~ Where possible, deploy in sensible pilot skill formation - higher pilot skill pilots move last, so put them in the back rank and on the outside (board edge side) of the formation - that way the lower PS guys move first forwards and/or turning into the board, leaving a gap for the higher PS guys to fly into.

~ Never give up. It's surprising how often I've seen a ship reduced to a single pilot who has then apparently decided "right, then" and single-handedly annihilated most or all of the enemy squad.

~ After a game, try and figure out where you went wrong. Never blame the dice as a first resort - all right, yes, if you failed to roll a single hit on any of eight three-dice attacks then clearly you have offended the dice gods, but at the same time, it's more important to figure out why you didn't manage to have a target lock reroll (for example) for any of those attacks, because that's something you can control. Making mistakes is fine (and inevitable). Scary good X-wing players still make mistakes with new squads, but they don't make the same mistake twice. Every game has a lesson to take away, and defeats tend to teach better than wins. Don't be discouraged.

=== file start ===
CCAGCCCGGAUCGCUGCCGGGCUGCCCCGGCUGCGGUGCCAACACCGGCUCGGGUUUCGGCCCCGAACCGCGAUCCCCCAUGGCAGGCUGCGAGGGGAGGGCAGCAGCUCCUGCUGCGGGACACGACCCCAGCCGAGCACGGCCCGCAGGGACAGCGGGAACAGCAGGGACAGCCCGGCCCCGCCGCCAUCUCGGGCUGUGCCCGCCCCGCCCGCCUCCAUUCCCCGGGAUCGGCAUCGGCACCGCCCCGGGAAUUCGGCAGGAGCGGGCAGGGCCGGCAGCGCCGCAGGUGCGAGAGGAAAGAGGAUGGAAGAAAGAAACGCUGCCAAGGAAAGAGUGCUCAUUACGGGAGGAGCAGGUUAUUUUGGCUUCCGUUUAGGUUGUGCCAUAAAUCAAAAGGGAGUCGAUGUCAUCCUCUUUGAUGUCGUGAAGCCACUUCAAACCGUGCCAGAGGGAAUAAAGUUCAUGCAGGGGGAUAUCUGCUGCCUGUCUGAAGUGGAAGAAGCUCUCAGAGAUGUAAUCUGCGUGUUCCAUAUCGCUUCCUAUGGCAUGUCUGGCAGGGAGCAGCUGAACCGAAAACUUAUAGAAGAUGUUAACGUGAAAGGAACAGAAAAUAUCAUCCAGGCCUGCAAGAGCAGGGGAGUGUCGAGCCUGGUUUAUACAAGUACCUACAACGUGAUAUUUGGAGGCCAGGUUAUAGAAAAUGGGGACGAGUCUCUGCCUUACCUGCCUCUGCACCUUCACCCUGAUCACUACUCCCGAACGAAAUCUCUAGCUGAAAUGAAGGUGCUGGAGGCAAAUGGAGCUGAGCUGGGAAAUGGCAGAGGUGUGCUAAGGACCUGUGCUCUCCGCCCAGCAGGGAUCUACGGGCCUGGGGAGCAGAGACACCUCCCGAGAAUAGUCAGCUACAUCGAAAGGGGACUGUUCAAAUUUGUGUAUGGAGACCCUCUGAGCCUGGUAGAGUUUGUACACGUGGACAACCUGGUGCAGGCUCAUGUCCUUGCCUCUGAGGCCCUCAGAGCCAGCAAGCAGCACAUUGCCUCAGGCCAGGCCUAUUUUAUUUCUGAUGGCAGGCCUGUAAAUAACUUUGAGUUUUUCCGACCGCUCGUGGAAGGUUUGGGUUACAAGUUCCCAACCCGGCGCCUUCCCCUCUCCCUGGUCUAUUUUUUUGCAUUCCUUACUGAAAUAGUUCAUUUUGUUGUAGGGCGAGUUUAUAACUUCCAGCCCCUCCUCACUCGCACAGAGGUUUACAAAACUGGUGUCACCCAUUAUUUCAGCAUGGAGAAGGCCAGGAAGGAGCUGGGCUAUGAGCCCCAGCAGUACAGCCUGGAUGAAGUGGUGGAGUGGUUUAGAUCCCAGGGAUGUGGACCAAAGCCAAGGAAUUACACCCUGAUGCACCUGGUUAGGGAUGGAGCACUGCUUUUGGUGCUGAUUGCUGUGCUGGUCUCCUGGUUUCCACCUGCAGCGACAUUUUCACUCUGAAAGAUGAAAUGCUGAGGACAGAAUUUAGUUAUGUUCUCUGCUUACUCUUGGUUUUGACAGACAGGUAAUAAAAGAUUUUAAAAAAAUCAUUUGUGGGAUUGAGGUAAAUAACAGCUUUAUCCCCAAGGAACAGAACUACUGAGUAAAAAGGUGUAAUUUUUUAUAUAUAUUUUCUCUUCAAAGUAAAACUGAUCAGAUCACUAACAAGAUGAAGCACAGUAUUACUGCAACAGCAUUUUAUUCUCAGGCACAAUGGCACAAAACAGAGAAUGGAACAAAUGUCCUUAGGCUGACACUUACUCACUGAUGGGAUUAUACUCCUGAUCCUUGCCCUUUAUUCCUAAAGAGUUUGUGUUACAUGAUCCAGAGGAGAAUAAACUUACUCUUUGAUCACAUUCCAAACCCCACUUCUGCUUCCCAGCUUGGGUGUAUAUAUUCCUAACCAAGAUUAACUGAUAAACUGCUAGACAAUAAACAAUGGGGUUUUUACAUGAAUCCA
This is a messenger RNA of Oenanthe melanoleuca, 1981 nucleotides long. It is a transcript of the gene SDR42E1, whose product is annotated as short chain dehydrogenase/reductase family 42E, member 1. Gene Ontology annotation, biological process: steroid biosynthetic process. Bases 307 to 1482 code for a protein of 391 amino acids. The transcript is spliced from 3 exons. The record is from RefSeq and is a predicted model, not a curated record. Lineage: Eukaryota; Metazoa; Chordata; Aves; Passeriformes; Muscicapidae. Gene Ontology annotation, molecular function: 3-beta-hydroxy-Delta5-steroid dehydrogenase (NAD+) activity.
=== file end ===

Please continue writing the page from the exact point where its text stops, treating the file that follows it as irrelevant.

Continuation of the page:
~ Have fun. That - far more than winning - is the point of this anyway.

Good luck!

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Dorian Herman
Canada
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Thank you so much for all of your great advice. I am already implementing some of the tips in my casual games. Last night I got to try out Han and Biggs and thy were a ton of fun to fly. Unfortunately I lost to the Scum, didn't take out his autoblasters fast enough. It was fun to clear out all of his other ships first, bring it down to a one on one battle. Will keep practicing and update as I get ready for the tournament
 
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Dorian Herman
Canada